seven temporary collegial bodies that were formed in Russia during the 18th century for the purpose of producing a new code of laws based on the Sobornoe Ulozhenie (Assembly Code) of 1649 and on laws that took effect after the promulgation of the Ulozhenie. A new code was needed because of the great changes that had taken place in the country’s socioeconomic structure and because of the strengthening of the absolute monarchy. The failure of the legislative commissions to produce a new code was due to the contradictory nature of the policies of tsarism, which was forced to stimulate the development of trade and industry at the same time that serfdom was developing, and to the contradictions within the ruling class of feudal lords.
The first legislative commission (1700–03) was known as the Palata o ulozhenii (Chamber of the Code). It was composed of clerks and officials of the Boyar Duma and was headed by the boyar I. B. Troekurov. The commission, however, was not equal to the task it had been given.
The second legislative commission (1714) was headed by Senator V. A. Apukhtin. It succeeded only in preparing supplements to certain chapters of the Ulozhenie of 1649.
The third legislative commission (1720–27) was instructed to make use of the legislation of Sweden, Livonia, and Estonia. In 1725 the commission prepared four parts of a new code (which were devoted primarily to criminal and partly to civil legal procedure), but they were never approved.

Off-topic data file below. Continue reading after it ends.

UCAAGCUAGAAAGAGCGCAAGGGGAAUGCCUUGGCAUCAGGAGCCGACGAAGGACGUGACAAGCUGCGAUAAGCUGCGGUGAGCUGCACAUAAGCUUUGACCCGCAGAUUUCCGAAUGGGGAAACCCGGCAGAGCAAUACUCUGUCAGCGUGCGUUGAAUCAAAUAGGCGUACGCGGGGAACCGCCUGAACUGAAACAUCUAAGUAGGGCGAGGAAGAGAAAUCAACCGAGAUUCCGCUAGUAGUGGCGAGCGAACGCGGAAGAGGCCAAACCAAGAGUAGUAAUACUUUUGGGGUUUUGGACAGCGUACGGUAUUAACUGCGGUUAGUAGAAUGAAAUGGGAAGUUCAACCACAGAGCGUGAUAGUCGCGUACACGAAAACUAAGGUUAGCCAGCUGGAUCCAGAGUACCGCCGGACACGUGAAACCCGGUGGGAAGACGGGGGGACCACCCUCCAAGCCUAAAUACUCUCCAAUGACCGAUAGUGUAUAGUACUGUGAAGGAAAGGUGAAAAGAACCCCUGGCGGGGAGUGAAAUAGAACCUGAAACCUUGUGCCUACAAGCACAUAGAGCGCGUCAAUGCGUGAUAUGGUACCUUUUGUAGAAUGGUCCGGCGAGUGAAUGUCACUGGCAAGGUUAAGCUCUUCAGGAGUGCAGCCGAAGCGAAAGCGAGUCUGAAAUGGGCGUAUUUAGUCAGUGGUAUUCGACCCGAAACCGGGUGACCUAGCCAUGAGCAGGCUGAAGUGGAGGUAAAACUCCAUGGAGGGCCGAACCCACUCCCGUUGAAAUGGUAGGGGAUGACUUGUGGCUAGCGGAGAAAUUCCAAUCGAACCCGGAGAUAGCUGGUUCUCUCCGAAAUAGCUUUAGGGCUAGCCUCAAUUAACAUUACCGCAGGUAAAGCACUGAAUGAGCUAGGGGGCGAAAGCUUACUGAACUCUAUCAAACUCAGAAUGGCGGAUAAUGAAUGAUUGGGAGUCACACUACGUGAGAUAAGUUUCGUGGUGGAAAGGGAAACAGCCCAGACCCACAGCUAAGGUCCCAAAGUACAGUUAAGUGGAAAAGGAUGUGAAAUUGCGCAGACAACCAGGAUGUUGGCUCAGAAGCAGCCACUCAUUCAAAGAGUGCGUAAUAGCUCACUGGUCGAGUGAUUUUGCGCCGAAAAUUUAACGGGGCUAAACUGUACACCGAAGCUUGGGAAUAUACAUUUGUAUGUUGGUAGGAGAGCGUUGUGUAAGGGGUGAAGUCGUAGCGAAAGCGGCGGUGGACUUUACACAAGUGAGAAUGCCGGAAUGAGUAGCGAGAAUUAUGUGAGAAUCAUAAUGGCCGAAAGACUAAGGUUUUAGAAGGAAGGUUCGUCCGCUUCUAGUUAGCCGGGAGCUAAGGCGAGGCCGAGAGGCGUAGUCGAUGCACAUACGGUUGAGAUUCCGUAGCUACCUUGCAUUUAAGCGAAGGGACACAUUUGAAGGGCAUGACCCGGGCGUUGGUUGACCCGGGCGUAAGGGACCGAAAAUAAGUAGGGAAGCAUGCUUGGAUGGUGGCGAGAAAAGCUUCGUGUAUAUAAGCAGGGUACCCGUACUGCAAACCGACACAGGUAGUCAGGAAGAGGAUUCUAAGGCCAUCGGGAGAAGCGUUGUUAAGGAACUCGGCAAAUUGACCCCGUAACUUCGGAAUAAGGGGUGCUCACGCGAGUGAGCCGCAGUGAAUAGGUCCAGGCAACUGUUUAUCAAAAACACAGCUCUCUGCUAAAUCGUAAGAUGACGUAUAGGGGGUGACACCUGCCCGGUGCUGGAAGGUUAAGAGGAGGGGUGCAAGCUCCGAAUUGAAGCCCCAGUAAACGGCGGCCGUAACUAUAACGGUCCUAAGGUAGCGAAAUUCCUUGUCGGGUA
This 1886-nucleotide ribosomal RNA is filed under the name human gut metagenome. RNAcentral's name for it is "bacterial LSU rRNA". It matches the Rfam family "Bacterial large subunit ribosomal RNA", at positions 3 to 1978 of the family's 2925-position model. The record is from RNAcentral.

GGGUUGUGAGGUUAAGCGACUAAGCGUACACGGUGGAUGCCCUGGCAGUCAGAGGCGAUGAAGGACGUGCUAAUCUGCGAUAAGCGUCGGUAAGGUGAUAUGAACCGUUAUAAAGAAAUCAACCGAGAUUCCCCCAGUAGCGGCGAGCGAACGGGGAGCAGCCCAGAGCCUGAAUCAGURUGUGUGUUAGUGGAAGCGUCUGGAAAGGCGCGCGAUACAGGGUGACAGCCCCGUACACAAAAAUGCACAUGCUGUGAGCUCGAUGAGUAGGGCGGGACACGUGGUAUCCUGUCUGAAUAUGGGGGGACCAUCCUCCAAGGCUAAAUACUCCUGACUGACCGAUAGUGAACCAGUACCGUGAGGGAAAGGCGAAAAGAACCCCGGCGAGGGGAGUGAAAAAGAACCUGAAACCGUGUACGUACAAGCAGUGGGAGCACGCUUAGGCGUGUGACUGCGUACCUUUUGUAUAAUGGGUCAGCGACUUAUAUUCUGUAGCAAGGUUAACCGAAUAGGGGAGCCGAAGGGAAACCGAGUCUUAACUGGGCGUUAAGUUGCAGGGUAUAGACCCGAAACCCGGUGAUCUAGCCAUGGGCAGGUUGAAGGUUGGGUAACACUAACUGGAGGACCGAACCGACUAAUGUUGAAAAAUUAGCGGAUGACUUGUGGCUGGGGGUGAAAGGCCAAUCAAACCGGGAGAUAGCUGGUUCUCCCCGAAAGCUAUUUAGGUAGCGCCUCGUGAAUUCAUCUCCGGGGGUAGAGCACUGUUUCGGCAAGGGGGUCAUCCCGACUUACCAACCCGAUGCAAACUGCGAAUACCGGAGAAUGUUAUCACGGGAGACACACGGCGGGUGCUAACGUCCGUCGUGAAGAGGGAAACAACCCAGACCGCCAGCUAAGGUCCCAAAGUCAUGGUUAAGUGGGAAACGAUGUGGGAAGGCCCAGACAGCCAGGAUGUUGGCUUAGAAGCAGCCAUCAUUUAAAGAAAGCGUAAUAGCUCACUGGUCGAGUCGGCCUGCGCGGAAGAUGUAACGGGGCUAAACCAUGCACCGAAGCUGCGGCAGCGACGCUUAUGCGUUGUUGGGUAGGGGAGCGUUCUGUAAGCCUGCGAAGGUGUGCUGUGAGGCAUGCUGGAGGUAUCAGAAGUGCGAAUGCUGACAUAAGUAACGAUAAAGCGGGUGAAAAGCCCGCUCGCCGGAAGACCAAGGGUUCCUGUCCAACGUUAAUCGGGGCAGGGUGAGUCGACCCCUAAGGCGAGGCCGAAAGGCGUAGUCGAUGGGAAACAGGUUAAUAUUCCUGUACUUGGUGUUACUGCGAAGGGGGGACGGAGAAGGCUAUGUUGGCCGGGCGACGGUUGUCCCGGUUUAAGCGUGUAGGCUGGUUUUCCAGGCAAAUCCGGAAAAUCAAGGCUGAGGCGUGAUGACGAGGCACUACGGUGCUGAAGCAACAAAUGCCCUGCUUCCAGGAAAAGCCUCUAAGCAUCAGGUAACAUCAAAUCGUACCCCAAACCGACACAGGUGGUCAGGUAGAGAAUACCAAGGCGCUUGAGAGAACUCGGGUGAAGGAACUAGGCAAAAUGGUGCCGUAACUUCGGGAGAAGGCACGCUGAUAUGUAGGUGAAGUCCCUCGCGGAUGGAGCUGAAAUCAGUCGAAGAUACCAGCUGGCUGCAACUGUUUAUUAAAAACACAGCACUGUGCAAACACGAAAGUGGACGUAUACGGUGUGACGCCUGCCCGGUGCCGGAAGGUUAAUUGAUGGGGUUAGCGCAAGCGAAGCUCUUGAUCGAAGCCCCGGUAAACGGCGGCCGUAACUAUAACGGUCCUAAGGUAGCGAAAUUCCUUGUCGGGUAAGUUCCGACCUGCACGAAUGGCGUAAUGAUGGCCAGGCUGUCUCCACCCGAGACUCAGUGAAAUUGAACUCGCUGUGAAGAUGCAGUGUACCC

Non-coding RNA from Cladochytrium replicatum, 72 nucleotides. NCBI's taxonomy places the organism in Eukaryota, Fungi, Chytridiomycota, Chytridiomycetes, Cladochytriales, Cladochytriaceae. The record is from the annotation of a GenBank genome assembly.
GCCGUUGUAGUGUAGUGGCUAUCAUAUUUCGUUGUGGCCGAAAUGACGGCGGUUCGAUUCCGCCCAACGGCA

The fourth legislative commission (1728–30) was created to systematize the ukases and laws issued after 1649. Because of the commission’s lack of organization and its complete incompetence, Empress Anna Ivanovna dissolved it.
In the summer of 1730 the empress created the fifth legislative commission, which included several members of the previous commission and two members from the Iustits-Kollegiia (Collegium of Justice) and the Votchinnaia Kollegiia (Patrimonial Estate Collegium). The commission discussed drafts of codes dealing with courts of law and with votchiny (patrimonial estates).
The sixth legislative commission (1754–66) was created at the suggestion of Count P. I. Shuvalov in order to systematize existing ukases and to compile a new code in four parts. By late 1760 the commission had prepared two parts relating to criminal legislation (specifically, to courts and investigative matters) and the draft of another part on the status of citizens (devoted to problems of civil rights and relations among estates and classes). The struggle among palace cliques led to disbandment of the commission.
In 1767 the government of Catherine II created the last and most famous of the commissions, the Legislative Commission of 1767.